December 30, 2015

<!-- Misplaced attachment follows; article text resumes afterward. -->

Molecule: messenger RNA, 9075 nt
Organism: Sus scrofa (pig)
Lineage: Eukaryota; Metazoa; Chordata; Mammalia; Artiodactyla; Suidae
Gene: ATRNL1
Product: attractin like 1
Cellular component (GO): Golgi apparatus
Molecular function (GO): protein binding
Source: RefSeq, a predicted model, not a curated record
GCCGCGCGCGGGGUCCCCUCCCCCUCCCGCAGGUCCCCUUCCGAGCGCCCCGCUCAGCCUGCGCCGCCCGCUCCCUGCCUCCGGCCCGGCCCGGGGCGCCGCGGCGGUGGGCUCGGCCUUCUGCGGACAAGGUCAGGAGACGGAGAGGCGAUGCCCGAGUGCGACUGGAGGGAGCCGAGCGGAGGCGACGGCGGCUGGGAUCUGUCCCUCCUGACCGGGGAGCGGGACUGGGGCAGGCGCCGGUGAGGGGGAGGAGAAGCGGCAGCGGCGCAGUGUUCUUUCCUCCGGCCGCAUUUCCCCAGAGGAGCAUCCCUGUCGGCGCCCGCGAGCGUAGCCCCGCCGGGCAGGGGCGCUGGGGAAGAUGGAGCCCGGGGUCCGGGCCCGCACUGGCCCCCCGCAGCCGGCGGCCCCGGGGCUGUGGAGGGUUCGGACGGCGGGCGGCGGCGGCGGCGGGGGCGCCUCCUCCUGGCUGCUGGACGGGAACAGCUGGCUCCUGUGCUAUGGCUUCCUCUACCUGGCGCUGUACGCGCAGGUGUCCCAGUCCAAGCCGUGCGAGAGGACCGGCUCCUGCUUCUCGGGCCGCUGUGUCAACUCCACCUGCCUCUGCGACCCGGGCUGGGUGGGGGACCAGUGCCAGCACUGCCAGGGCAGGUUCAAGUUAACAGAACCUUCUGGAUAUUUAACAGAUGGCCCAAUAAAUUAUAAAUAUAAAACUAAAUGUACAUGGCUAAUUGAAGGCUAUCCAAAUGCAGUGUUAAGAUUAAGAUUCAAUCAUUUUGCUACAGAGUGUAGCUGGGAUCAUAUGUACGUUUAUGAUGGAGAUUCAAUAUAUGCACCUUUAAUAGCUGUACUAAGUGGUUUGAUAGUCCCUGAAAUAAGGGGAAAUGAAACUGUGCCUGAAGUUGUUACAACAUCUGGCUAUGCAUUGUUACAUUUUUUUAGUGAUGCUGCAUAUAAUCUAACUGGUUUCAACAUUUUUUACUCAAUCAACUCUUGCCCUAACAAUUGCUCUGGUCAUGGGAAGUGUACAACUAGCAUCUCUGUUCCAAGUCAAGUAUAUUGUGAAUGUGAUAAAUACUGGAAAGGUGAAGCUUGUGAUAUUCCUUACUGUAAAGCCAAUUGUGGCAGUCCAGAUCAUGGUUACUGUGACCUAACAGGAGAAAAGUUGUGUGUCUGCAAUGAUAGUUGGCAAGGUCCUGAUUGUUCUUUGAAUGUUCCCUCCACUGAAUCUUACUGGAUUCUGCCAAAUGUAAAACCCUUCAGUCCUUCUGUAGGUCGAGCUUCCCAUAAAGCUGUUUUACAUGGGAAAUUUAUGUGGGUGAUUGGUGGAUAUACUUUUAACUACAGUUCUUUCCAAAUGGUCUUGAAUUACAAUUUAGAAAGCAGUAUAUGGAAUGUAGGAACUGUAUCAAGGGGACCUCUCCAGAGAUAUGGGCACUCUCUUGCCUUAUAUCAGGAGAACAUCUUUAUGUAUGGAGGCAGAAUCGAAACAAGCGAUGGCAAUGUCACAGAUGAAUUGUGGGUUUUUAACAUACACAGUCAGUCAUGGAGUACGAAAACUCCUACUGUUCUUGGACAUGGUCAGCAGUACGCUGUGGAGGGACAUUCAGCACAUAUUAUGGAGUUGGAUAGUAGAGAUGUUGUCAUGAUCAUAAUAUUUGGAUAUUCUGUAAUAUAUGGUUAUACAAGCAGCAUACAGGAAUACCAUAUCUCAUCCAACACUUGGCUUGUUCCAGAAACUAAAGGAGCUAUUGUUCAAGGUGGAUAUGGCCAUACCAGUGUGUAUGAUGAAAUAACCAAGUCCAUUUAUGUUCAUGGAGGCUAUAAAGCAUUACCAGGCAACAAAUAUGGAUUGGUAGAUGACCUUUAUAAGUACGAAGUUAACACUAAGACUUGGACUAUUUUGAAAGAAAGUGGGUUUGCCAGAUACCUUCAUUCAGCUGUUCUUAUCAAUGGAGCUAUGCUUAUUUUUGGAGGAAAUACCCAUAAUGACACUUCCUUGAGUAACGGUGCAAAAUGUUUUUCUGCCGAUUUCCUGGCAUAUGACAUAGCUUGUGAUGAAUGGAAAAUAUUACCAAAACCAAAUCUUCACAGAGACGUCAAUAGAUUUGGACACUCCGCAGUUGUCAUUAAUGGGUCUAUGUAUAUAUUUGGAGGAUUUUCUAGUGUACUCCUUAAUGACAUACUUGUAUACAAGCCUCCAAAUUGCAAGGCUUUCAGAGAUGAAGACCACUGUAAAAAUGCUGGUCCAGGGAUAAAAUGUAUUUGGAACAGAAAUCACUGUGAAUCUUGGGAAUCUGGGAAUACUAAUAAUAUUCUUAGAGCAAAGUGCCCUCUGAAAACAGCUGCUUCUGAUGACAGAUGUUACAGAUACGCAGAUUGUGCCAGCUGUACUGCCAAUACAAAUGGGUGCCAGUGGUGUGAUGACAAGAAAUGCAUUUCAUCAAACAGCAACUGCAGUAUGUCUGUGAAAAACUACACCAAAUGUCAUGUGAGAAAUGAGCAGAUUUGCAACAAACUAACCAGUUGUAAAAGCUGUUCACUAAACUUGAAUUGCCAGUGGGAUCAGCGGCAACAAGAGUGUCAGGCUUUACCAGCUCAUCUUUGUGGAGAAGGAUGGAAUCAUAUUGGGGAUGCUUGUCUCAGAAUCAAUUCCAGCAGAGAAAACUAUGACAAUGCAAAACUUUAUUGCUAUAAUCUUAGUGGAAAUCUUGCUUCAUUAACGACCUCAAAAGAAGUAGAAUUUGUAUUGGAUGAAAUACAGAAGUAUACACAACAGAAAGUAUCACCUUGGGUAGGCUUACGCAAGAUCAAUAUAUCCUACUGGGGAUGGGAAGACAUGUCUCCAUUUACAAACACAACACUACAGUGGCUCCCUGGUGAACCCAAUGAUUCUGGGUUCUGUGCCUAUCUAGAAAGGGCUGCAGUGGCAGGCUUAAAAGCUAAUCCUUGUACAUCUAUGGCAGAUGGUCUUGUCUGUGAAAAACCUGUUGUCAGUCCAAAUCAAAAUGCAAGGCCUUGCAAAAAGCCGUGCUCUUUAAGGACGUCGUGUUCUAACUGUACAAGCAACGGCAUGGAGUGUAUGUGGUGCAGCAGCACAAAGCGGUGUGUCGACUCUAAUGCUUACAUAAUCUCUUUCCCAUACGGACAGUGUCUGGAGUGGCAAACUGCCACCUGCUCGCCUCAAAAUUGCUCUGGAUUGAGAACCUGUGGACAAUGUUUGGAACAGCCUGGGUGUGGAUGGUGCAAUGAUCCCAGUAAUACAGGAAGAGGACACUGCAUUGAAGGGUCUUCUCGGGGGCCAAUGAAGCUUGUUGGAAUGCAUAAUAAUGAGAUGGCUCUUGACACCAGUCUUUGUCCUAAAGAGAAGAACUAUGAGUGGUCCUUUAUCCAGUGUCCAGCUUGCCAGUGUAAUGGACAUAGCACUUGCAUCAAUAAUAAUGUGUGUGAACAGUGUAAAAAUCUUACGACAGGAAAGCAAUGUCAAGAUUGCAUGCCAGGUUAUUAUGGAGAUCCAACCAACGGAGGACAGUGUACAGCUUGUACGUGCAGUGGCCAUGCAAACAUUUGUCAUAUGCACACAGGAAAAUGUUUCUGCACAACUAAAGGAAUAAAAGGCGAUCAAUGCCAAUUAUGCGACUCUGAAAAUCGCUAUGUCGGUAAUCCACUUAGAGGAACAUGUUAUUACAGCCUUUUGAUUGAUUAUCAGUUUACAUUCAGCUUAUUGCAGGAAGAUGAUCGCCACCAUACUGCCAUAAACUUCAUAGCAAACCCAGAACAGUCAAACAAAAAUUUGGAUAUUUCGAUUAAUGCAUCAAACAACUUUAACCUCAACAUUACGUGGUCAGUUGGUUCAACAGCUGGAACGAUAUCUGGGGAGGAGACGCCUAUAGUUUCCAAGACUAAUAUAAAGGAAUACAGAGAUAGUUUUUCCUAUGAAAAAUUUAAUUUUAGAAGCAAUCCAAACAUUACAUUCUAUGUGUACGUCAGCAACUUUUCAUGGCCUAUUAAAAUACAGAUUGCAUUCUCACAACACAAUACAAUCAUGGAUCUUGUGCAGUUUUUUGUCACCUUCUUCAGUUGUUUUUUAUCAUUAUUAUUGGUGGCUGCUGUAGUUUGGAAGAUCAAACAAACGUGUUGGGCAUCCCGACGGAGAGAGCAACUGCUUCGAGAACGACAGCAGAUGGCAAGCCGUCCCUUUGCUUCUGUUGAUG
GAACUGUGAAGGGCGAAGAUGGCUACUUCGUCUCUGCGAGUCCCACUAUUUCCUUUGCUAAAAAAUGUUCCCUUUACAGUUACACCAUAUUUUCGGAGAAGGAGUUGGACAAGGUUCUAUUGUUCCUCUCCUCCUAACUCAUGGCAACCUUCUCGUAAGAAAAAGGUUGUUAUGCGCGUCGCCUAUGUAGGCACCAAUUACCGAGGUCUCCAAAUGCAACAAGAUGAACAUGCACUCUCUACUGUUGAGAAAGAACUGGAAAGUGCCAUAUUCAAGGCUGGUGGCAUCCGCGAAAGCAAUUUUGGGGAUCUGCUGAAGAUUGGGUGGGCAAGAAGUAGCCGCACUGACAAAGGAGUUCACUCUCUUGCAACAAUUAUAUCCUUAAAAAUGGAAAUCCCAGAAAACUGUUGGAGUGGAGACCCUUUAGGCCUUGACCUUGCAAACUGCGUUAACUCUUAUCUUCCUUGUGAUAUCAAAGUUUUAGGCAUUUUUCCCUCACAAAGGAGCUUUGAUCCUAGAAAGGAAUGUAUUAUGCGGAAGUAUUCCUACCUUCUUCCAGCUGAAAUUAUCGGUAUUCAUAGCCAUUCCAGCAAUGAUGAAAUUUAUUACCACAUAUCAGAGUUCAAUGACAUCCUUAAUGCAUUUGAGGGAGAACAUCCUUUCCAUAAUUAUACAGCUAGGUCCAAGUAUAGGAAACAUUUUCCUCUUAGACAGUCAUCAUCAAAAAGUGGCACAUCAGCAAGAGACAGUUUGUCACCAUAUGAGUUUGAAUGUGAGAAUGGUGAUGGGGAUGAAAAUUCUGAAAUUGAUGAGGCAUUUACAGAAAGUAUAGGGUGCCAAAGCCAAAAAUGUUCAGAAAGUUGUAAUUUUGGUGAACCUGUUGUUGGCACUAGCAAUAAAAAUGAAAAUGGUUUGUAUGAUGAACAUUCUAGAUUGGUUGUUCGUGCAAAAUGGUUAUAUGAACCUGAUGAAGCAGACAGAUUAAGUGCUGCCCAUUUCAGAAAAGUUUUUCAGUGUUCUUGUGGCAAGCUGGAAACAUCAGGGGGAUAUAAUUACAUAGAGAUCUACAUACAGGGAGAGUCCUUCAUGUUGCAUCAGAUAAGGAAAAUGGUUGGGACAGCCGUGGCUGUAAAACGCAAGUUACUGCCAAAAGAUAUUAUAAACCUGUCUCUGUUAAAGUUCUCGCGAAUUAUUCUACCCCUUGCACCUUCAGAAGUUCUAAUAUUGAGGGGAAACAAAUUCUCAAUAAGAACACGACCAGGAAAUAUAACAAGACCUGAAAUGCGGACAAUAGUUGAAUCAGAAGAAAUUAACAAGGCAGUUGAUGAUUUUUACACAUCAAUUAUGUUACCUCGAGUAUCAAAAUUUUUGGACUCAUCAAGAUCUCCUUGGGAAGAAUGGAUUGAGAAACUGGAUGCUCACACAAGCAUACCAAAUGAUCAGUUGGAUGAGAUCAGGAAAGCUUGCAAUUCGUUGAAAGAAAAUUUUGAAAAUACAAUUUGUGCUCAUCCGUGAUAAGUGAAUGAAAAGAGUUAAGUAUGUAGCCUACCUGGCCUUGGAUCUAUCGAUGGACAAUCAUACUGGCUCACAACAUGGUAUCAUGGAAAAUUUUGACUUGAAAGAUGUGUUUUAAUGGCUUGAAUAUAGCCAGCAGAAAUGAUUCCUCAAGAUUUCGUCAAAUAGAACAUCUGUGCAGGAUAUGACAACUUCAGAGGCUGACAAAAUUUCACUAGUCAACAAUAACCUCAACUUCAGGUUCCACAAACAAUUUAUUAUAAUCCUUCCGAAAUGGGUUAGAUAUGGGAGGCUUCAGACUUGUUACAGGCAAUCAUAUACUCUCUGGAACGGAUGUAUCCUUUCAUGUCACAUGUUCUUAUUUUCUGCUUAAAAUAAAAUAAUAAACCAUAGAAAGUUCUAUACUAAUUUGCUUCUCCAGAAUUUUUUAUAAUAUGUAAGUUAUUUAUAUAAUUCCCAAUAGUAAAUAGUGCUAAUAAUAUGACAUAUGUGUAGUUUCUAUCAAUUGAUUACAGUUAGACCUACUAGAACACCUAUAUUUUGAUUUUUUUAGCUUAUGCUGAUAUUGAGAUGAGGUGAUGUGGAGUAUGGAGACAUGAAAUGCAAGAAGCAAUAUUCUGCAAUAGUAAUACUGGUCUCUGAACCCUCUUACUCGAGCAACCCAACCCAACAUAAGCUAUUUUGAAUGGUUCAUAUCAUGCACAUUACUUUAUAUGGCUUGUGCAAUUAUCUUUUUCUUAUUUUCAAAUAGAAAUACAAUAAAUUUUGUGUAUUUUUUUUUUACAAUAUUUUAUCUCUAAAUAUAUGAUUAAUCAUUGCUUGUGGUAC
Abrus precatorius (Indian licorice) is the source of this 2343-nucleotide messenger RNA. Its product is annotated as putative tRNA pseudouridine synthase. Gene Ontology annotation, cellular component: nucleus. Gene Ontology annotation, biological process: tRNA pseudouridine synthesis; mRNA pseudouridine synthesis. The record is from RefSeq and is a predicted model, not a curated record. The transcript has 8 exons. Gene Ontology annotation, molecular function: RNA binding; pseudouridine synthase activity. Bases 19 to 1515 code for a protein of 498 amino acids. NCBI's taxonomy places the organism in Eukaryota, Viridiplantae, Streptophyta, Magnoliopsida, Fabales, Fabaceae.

Hybrid technology picked up steam (or took charge) in the 70s during the oil crisis. It was not widely implemented, but it was heavily researched. The first major company with a feasible evolved electric hybrid was actually Audi in 1989 with their 100 Avant based Duo, but it was scrapped duo to the excessive weight of the batteries. Then came the Prius. It was the first hybrid that made no major sacrifices for efficiency. After the Prius revolutionized the market, people wanted more miles for less gas. Also of concern, was the rise of Climate Change awareness. This promulgated the want of more electric propulsion. This desire was satisfied by a recently enriched Elon Musk, who set out to make a fully electric automobile. Audi also had plans to electrically evolve their auto market, thus the e-tron project coincided with Musk’s fundraising campaign. The car that started the charge is now known as the R8 e-tron, because it strongly resembled the R8 in both appearance and performance (excluding a low top speed of 124 miles per hour (mph)).The concept predated the release of the most important car of the last 100 years the Tesla Model S. For those doing the math, the Tin Lizzy was in 1908 (the fact that it was produced until 1927 will be ignored). Granted, the Roadster had already been released by that time (2008), but that was just a Lotus Elise with batteries and electric engines intricately bolted on. Which is by no means an insult, it just serves as a reminder of quality. The Tesla Roadster was phenomenal as a primogeniture, but as an actual car it had issues. It was uncomfortable and unrefined, but it was first, so most is forgiven. The e-tron on the other hand, was an Audi. Looks are comparable between the two: eccentric and acquired, but always appealing nonetheless. The difference is in the details; as in: one focuses on them and the other does not. Both had a range 100+ miles deriving from their 53 kWh battery, a 123-mph-ish top speed, sub 5 second 0-60 times and 2 seats but they skew from there. The Roadster was a better pitch. A quick car with an Elise shell that weighs less than 2800 pounds, and a projected 240 mile range. Unfortunately, it was jagged and ragged around the edges. Among many, the most prevalent issues revolve around amenities, as in there are none. The seats are like church pews; in that they are supremely uncomfortable, and one is probably praying on them… especially if they are moving. The canvas roof was about as airtight as an open window. However, most troublesome were the mechanics of the first few models. At first the transmission did not work, but it was remedied. The e-tron prototype was a pleasant prospect in parallel despite the fact it was far heftier. Though, the heft was directly due to the opulence of convenience. The 4400 pound curb weight afflicted many aspects, chief among them being the range, which was only 150 miles. Despite the weight, the e-tron would probably be the victor in a race. The cutting edge torque vectoring the e-tron enjoyed was a result of the individual electric motors on the rear wheels. While the chargeable Audi was technically a better car even in its prototypical concept form, moving the first generation ahead on to the production line would prove too formidable for feasibility in the midst of management changes at Ingolstadt. The ardour was aggravated by the Tesla Model S’s introduction in 2012, the e-tron would be more work than it was worth. Thankfully however, the Audi R8’s first evolution will feature a gorgeous electric auto version for $250,000(?).